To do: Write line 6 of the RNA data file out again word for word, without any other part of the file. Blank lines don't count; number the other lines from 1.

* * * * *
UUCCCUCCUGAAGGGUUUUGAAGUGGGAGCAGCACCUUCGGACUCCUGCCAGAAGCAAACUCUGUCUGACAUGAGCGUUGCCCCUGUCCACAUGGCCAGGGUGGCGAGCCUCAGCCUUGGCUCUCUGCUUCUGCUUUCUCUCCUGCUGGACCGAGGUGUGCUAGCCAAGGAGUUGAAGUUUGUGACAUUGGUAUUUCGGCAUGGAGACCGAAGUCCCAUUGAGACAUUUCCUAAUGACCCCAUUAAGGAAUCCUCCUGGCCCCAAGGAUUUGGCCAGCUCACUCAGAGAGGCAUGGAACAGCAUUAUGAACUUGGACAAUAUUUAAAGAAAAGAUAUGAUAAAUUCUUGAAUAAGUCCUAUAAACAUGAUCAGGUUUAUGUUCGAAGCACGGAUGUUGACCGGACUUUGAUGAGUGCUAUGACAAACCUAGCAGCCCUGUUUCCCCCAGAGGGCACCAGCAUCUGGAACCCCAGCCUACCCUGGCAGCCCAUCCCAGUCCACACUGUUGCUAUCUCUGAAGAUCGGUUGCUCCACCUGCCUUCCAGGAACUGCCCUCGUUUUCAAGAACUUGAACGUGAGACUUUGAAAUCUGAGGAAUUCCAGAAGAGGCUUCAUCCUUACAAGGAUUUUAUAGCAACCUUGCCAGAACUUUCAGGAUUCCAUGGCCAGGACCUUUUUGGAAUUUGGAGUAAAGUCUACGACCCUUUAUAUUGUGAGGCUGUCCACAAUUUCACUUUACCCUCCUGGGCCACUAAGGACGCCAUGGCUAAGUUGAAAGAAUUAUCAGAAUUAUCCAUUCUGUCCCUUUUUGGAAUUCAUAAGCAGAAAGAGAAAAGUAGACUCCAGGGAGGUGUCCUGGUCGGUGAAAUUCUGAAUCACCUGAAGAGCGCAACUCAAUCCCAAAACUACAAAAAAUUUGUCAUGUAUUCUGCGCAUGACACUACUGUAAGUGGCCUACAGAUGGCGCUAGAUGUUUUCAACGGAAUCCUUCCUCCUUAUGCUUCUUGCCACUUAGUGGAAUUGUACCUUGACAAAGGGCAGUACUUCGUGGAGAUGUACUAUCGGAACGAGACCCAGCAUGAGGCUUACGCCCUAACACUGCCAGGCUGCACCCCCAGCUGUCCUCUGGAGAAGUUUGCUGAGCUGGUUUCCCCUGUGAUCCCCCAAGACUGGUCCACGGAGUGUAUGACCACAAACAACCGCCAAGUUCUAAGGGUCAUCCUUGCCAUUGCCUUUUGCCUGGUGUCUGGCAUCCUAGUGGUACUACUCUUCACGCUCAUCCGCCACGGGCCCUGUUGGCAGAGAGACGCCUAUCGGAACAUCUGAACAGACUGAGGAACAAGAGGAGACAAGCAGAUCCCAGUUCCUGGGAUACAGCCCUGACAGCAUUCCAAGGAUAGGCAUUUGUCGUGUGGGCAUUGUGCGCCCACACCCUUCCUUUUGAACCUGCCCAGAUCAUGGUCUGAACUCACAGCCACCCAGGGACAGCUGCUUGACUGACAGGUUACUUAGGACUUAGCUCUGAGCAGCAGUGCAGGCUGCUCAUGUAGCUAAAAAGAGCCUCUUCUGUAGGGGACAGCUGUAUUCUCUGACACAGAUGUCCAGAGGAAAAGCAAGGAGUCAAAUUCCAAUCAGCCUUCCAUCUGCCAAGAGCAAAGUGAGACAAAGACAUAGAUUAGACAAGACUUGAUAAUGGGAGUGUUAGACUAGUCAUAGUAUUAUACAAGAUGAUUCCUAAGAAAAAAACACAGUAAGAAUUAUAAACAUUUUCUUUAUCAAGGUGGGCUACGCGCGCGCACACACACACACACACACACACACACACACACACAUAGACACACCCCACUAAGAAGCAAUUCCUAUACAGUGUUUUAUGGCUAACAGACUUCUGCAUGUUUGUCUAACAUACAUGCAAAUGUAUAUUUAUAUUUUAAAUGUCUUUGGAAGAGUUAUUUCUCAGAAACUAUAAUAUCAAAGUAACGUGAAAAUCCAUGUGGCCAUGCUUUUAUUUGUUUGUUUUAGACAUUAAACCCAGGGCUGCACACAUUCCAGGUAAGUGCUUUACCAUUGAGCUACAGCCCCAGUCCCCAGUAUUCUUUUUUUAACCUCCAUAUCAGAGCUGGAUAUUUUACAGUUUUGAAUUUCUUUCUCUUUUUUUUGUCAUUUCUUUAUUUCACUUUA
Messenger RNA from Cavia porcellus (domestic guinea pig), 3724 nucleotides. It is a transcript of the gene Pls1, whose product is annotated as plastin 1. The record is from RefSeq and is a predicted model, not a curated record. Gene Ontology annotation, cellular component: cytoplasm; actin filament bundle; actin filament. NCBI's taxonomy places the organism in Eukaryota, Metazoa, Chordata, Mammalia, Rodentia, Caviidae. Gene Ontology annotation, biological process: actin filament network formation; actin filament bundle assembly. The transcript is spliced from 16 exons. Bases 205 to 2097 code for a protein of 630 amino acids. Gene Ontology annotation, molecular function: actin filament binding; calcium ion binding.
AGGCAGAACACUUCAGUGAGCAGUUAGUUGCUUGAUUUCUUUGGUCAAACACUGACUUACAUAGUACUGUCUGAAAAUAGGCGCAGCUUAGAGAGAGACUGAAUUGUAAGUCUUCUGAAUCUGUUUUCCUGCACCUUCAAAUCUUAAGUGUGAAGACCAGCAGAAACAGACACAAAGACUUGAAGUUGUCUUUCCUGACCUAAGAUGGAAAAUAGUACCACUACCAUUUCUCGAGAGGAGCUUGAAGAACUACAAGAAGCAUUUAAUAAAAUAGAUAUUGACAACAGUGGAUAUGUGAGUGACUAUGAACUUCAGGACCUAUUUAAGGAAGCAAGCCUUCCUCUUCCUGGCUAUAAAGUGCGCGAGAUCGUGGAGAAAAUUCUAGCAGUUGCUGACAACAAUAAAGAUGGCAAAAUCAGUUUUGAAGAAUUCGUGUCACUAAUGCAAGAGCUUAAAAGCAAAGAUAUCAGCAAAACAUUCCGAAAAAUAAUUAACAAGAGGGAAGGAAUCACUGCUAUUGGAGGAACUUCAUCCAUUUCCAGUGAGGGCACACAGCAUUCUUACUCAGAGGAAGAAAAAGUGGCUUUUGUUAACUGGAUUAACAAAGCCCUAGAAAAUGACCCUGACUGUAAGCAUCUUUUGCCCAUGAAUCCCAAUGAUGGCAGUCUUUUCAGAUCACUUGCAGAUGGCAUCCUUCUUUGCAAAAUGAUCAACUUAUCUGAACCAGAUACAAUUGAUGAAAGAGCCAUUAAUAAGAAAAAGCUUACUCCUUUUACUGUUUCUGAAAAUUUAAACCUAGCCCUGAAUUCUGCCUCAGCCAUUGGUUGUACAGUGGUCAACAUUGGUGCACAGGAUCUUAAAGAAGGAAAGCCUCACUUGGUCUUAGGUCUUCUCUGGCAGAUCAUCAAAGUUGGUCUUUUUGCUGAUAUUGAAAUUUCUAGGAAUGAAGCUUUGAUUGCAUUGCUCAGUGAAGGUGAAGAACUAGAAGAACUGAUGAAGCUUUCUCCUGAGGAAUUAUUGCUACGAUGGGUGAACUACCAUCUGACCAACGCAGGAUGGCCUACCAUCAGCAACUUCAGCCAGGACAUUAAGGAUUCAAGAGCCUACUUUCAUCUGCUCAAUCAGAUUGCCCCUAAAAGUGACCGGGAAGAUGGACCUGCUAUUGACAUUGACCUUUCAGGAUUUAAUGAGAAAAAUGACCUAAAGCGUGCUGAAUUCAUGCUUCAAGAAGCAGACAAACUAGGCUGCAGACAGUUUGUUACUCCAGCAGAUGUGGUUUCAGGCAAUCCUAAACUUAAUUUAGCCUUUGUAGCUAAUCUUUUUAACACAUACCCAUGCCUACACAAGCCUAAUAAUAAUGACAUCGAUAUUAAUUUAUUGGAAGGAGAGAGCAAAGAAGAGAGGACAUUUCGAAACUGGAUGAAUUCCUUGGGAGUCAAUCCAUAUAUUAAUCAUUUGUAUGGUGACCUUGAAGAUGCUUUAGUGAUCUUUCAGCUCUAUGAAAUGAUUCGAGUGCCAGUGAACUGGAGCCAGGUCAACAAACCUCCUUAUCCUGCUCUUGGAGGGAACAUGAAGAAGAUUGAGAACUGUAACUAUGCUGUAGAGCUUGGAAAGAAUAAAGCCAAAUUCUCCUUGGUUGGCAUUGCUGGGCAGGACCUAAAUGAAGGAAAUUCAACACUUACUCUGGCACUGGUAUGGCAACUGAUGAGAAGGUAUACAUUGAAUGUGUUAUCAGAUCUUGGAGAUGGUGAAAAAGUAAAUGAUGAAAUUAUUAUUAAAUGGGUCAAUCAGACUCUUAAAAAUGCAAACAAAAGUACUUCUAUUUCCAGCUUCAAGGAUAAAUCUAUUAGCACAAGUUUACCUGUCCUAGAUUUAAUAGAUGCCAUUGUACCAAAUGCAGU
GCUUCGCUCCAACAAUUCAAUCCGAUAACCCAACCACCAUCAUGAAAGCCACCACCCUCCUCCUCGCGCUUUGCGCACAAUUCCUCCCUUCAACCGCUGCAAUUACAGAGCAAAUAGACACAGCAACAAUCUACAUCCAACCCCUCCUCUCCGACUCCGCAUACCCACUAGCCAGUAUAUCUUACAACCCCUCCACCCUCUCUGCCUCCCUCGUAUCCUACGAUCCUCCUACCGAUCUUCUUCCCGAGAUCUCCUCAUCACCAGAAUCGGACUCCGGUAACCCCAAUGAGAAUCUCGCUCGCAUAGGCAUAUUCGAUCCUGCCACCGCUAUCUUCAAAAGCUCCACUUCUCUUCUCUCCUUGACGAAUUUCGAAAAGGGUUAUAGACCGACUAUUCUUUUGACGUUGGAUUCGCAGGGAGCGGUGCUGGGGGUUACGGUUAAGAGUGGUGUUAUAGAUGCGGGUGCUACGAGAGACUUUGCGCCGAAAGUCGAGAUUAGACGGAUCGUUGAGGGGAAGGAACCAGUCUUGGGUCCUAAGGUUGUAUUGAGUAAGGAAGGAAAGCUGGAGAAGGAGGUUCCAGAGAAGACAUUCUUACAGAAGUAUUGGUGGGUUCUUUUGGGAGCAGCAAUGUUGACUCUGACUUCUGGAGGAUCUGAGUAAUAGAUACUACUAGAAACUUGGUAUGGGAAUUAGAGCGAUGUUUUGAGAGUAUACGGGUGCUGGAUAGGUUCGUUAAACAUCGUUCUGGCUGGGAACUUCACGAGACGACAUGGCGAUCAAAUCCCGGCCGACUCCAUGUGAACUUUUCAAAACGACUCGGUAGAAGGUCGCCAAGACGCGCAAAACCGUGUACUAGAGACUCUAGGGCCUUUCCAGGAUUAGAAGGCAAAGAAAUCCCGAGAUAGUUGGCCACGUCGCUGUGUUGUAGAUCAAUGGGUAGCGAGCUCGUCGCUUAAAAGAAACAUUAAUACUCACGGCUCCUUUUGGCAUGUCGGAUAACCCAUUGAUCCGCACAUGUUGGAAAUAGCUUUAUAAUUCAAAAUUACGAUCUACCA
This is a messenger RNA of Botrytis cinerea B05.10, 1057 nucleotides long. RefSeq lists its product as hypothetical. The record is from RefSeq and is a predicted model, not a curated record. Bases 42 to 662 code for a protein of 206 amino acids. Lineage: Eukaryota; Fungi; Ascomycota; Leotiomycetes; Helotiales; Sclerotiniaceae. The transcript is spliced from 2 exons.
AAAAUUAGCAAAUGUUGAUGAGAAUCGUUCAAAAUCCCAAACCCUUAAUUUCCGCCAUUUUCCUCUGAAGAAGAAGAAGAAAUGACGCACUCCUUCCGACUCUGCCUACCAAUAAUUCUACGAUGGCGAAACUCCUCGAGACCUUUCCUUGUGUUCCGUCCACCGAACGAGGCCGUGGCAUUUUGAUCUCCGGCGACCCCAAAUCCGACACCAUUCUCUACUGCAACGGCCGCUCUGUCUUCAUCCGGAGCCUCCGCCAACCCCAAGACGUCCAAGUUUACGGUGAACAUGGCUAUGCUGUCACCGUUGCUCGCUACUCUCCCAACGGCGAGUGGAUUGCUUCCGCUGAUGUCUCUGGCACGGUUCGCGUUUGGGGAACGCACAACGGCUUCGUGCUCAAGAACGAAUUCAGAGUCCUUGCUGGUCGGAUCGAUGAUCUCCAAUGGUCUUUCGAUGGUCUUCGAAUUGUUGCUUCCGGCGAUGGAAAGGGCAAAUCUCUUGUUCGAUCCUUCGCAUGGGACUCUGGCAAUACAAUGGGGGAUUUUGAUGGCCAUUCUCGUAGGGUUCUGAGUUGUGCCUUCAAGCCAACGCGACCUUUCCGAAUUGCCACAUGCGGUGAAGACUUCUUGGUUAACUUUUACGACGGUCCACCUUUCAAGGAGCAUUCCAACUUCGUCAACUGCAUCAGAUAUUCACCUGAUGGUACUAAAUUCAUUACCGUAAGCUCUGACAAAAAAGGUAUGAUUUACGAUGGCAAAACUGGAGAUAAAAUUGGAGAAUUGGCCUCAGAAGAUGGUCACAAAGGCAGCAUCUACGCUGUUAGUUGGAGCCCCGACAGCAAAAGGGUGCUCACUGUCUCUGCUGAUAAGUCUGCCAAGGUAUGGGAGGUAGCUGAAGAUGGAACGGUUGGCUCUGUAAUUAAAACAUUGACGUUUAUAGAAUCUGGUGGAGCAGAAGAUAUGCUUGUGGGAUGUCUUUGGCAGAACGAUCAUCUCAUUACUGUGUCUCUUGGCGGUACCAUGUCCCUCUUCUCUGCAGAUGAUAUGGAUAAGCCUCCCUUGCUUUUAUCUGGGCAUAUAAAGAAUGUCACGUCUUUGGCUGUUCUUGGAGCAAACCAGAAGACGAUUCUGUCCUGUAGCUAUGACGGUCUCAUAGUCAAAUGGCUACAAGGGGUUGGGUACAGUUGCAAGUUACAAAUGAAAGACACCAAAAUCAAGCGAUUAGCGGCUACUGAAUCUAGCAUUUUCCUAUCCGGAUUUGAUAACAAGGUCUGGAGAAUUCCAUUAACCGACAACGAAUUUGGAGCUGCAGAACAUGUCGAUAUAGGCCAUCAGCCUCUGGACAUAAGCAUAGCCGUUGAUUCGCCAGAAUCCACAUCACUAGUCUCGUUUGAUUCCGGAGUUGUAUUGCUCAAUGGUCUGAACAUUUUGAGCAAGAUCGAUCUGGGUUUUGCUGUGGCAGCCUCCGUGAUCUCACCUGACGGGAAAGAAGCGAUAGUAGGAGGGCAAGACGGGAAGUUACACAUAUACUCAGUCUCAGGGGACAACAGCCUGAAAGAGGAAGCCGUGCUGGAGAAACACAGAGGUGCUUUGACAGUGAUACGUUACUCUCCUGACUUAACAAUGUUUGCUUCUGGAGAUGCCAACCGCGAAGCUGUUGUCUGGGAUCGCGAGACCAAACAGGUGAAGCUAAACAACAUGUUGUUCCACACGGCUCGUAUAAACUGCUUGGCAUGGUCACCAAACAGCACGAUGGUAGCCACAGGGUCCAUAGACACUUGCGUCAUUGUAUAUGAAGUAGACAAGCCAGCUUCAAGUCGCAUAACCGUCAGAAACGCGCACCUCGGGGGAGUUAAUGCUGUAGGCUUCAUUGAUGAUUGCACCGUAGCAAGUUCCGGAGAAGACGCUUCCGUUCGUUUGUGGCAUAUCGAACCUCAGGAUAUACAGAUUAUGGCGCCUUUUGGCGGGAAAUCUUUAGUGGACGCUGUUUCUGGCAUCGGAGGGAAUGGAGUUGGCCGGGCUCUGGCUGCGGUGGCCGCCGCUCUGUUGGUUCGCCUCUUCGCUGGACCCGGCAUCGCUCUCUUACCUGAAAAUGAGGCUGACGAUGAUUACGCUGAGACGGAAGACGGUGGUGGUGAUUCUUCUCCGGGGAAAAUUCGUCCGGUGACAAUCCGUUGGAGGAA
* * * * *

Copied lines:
AAAAUUAGCAAAUGUUGAUGAGAAUCGUUCAAAAUCCCAAACCCUUAAUUUCCGCCAUUUUCCUCUGAAGAAGAAGAAGAAAUGACGCACUCCUUCCGACUCUGCCUACCAAUAAUUCUACGAUGGCGAAACUCCUCGAGACCUUUCCUUGUGUUCCGUCCACCGAACGAGGCCGUGGCAUUUUGAUCUCCGGCGACCCCAAAUCCGACACCAUUCUCUACUGCAACGGCCGCUCUGUCUUCAUCCGGAGCCUCCGCCAACCCCAAGACGUCCAAGUUUACGGUGAACAUGGCUAUGCUGUCACCGUUGCUCGCUACUCUCCCAACGGCGAGUGGAUUGCUUCCGCUGAUGUCUCUGGCACGGUUCGCGUUUGGGGAACGCACAACGGCUUCGUGCUCAAGAACGAAUUCAGAGUCCUUGCUGGUCGGAUCGAUGAUCUCCAAUGGUCUUUCGAUGGUCUUCGAAUUGUUGCUUCCGGCGAUGGAAAGGGCAAAUCUCUUGUUCGAUCCUUCGCAUGGGACUCUGGCAAUACAAUGGGGGAUUUUGAUGGCCAUUCUCGUAGGGUUCUGAGUUGUGCCUUCAAGCCAACGCGACCUUUCCGAAUUGCCACAUGCGGUGAAGACUUCUUGGUUAACUUUUACGACGGUCCACCUUUCAAGGAGCAUUCCAACUUCGUCAACUGCAUCAGAUAUUCACCUGAUGGUACUAAAUUCAUUACCGUAAGCUCUGACAAAAAAGGUAUGAUUUACGAUGGCAAAACUGGAGAUAAAAUUGGAGAAUUGGCCUCAGAAGAUGGUCACAAAGGCAGCAUCUACGCUGUUAGUUGGAGCCCCGACAGCAAAAGGGUGCUCACUGUCUCUGCUGAUAAGUCUGCCAAGGUAUGGGAGGUAGCUGAAGAUGGAACGGUUGGCUCUGUAAUUAAAACAUUGACGUUUAUAGAAUCUGGUGGAGCAGAAGAUAUGCUUGUGGGAUGUCUUUGGCAGAACGAUCAUCUCAUUACUGUGUCUCUUGGCGGUACCAUGUCCCUCUUCUCUGCAGAUGAUAUGGAUAAGCCUCCCUUGCUUUUAUCUGGGCAUAUAAAGAAUGUCACGUCUUUGGCUGUUCUUGGAGCAAACCAGAAGACGAUUCUGUCCUGUAGCUAUGACGGUCUCAUAGUCAAAUGGCUACAAGGGGUUGGGUACAGUUGCAAGUUACAAAUGAAAGACACCAAAAUCAAGCGAUUAGCGGCUACUGAAUCUAGCAUUUUCCUAUCCGGAUUUGAUAACAAGGUCUGGAGAAUUCCAUUAACCGACAACGAAUUUGGAGCUGCAGAACAUGUCGAUAUAGGCCAUCAGCCUCUGGACAUAAGCAUAGCCGUUGAUUCGCCAGAAUCCACAUCACUAGUCUCGUUUGAUUCCGGAGUUGUAUUGCUCAAUGGUCUGAACAUUUUGAGCAAGAUCGAUCUGGGUUUUGCUGUGGCAGCCUCCGUGAUCUCACCUGACGGGAAAGAAGCGAUAGUAGGAGGGCAAGACGGGAAGUUACACAUAUACUCAGUCUCAGGGGACAACAGCCUGAAAGAGGAAGCCGUGCUGGAGAAACACAGAGGUGCUUUGACAGUGAUACGUUACUCUCCUGACUUAACAAUGUUUGCUUCUGGAGAUGCCAACCGCGAAGCUGUUGUCUGGGAUCGCGAGACCAAACAGGUGAAGCUAAACAACAUGUUGUUCCACACGGCUCGUAUAAACUGCUUGGCAUGGUCACCAAACAGCACGAUGGUAGCCACAGGGUCCAUAGACACUUGCGUCAUUGUAUAUGAAGUAGACAAGCCAGCUUCAAGUCGCAUAACCGUCAGAAACGCGCACCUCGGGGGAGUUAAUGCUGUAGGCUUCAUUGAUGAUUGCACCGUAGCAAGUUCCGGAGAAGACGCUUCCGUUCGUUUGUGGCAUAUCGAACCUCAGGAUAUACAGAUUAUGGCGCCUUUUGGCGGGAAAUCUUUAGUGGACGCUGUUUCUGGCAUCGGAGGGAAUGGAGUUGGCCGGGCUCUGGCUGCGGUGGCCGCCGCUCUGUUGGUUCGCCUCUUCGCUGGACCCGGCAUCGCUCUCUUACCUGAAAAUGAGGCUGACGAUGAUUACGCUGAGACGGAAGACGGUGGUGGUGAUUCUUCUCCGGGGAAAAUUCGUCCGGUGACAAUCCGUUGGAGGAA